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At sundown on December 10th, 2020, Jewish families worldwide will commemorate the first night of Hanukkah, by lighting a candle on a hanukkiah or menorah. Often called the Festival of Lights, Hanukkah, which means "dedication" in Hebrew, is an eight-day celebration observed annually on the 25th day of Kislev — the Jewish calendar's ninth month. Though the exact date varies, the holiday always occurs sometime between late November and December.
According to the Talmud, one of Judaism's most central texts, the popular celebration dates back over 2,000 years, when Antiochus IV Epiphanes reigned over Judea, or the Land of Israel. The Greek king, who ruled from 175 BC to 164 BC, banned Judaism and ordered the Jewish people to worship Greek deities instead. To force them to comply, his soldiers killed thousands of Jews. They also violated the Second Temple, the central Jewish place of worship, by installing an altar to Zeus and sacrificing pigs (considered non-kosher, or not fit to eat in the Jewish culture) inside the sacred structure.
To fight against the oppression, a Jewish priest named Mattathias and his five sons orchestrated a successful rebellion against the Greek king. When Mattathias was killed, his eldest son, Judah Maccabee, took his place and, following a two-year struggle, managed to reclaim the holy site. According to the legend, when worshippers entered the temple, they found a small quantity of oil — enough to light the menorah for a single day. To their surprise, the candles burned for eight consecutive days, providing residents enough time to prepare a fresh batch of kosher oil. Soon after, an eight-day festival was declared to commemorate the miracle oil, and Hanukkah, or Chanukah as it is also called, was born.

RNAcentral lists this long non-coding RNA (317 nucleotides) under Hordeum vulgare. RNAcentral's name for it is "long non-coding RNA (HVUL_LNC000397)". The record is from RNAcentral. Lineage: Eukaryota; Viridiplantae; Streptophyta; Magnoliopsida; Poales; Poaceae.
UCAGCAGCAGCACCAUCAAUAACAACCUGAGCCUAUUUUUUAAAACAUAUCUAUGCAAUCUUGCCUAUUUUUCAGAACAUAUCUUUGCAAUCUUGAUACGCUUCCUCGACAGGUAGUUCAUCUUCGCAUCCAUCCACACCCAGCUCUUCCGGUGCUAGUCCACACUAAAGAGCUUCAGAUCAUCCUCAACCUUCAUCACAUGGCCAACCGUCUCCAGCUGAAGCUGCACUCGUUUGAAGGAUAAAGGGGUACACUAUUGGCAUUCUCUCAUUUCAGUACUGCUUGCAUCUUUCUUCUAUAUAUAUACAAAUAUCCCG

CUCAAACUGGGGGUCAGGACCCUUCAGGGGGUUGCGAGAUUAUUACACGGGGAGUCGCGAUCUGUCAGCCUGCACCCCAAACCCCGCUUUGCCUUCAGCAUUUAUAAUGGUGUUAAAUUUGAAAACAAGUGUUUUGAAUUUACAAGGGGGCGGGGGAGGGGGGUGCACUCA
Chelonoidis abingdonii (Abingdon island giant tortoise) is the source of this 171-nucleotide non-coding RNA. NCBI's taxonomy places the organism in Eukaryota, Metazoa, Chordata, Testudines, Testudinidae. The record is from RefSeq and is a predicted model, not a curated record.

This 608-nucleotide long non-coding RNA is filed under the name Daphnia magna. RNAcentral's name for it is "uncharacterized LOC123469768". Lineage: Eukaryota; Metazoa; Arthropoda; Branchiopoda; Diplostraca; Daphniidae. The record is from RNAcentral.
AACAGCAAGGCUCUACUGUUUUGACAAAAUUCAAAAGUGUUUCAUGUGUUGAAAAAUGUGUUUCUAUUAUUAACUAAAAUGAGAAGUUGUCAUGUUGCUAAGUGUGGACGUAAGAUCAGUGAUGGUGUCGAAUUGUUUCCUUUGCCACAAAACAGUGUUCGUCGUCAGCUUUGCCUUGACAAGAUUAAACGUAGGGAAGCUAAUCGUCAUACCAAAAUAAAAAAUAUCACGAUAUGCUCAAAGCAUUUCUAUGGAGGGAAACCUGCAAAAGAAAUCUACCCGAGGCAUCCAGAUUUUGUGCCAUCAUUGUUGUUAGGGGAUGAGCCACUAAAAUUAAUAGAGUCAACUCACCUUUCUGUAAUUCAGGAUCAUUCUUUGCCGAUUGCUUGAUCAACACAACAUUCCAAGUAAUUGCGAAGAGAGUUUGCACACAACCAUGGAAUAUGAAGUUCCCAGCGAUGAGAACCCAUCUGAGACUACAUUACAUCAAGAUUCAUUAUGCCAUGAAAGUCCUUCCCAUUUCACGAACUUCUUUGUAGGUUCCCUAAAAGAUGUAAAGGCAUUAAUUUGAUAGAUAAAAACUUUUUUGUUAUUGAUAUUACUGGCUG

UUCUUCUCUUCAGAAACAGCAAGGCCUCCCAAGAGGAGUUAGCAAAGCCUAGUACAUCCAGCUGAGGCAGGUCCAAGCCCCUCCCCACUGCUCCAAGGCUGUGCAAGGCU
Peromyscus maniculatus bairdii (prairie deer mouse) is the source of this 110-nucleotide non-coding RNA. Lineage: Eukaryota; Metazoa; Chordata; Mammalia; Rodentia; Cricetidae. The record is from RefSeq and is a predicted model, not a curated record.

Though many fun traditions have been added since, the menorah's lighting remains the centerpiece of the celebrations. Eight candles are lit one at a time to mark each day of the festival. A ninth candle, or shamash (helper), which sits at a slightly higher position in the candelabrum's center, is used to light up the others. Once the ritual and accompanying prayers are completed, families settle down for a delicious feast. To honor the oil's significance to the holiday, many Hanukkah dishes are deep-fried. Among the most popular are latkes — fried potato pancakes — and jelly-filled doughnuts called sufganiyot.
After dinner, it's time for games! The most popular one involves using a dreidel, a spinning top with a different letter etched on each of its four sides, to form the acronym for “Nes Gadol Haya Sham." Hebrew for "a great miracle happened here," it refers to the miracle of the oil lasting eight days in ancient Israel. Each player starts with an equal number of game pieces, such as dried fruit or chocolate coins called gelt. After placing a game piece in a shared pot, the player spins the dreidel. Depending on the side it lands on, participants can lose a game piece to the mutual bowl or hit the jackpot and win the entire loot.
The fun festival is particularly popular with kids who often receive a gift, or two, for each of the eight days!
Resources: History.com. Wikipedia.org